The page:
PG NewsPG delivery
Pittsburgh Post-Gazette Home Page
PG News: Nation and World, Region and State, Neighborhoods, Business, Sports, Health and Science, Magazine, Forum
Sports: Headlines, Steelers, Pirates, Penguins, Collegiate, Scholastic
Lifestyle: Columnists, Food, Homes, Restaurants, Gardening, Travel, SEEN, Consumer, Pets
Arts and Entertainment: Movies, TV, Music, Books, Crossword, Lottery
Photo Journal: Post-Gazette photos
AP Wire: News and sports from the Associated Press
Business: Business: Business and Technology News, Personal Business, Consumer, Interact, Stock Quotes, PG Benchmarks, PG on Wheels
Classifieds: Jobs, Real Estate, Automotive, Celebrations and other Post-Gazette Classifieds
Web Extras: Marketplace, Bridal, Headlines by Email, Postcards
Weather: AccuWeather Forecast, Conditions, National Weather, Almanac
Health & Science: Health, Science and Environment
Search: Search by keyword or date
PG Store: Pittsburgh Post-Gazette merchandise
PG Delivery: Home Delivery, Back Copies, Mail Subscriptions


Headlines by E-mail

Headlines Region & State Neighborhoods Business
Sports Health & Science Magazine Forum

Blue laws won't fade away

Sunday restrictions have tempered state for almost 320 years

Sunday, February 18, 2001

By John M.R. Bull, Post-Gazette Harrisburg Correspondent

HARRISBURG -- Keeping restaurants with liquor licenses closed until 7 a.m. on Sundays, even when people are gathering to watch concrete stadiums blow up, isn't the only strange law on the books in Pennsylvania.

Several ghosts of the lamented "blue laws" still haunt the state's criminal code.

Fishing is legal on Sundays. Hunting is not.

Buying a new or used car from an auto dealer on Sundays is against the law. Yes, you can test drive or window shop at those weekend car expos, but you can't legally buy or even negotiate a purchase.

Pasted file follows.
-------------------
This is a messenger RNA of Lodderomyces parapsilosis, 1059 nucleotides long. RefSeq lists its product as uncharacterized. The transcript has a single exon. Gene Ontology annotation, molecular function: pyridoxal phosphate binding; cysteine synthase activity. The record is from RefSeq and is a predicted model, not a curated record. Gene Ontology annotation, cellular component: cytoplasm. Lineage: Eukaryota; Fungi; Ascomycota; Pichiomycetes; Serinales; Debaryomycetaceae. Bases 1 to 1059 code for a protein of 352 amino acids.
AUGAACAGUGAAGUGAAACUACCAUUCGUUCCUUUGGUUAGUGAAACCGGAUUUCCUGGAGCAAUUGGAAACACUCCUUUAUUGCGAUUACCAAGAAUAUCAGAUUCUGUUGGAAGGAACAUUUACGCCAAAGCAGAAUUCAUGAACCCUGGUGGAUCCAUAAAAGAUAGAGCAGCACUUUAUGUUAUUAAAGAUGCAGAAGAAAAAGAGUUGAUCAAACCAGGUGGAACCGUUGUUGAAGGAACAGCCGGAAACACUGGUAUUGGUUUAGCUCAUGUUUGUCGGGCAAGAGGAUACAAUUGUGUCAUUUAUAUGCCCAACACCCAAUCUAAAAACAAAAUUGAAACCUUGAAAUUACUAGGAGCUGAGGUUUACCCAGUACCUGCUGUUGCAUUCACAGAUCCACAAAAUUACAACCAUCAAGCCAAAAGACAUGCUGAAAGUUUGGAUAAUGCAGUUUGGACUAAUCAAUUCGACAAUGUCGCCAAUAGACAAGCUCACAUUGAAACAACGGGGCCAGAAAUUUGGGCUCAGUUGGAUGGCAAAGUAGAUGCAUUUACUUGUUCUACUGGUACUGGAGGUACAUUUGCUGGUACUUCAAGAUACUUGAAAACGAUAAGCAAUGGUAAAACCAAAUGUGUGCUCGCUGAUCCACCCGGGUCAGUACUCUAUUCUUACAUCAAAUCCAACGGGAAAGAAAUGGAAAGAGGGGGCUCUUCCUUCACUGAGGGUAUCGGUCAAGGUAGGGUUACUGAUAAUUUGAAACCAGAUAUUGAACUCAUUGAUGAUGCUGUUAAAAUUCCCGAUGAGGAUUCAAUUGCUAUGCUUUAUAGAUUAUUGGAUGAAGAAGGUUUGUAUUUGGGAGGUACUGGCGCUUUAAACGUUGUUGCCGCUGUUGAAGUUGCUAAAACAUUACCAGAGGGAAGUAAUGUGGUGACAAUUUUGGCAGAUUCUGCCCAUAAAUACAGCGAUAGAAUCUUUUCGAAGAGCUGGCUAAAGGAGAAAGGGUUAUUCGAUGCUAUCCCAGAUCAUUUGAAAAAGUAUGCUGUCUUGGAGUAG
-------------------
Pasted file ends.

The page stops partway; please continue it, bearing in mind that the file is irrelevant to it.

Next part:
Betting on horse races on Sunday is illegal and can get you fined.

But not all gamblers are bothered by the blues. Buying a state lottery ticket on Sunday is legal and even actively encouraged by the state.

Blue laws originated to regulate industry, shopping and other behaviors on Sundays. The restrictions were supposed to be for the good of everyone's morals. Blue laws were supposed to force the citizenry to observe the Lord's day quietly, at home.

The first of the blue laws in Pennsylvania was enacted in 1682, back when it was a colony of the British Empire. The general prohibition was against working or having fun on Sundays.

"Whoever does or performs any worldly employment or business whatsoever on the Lord's day, commonly called Sunday, works of necessity and charity only exempted, or uses or practices any game, hunting, shooting, sport or diversion whatsoever on the same day not authorized by law" is guilty, the law stated.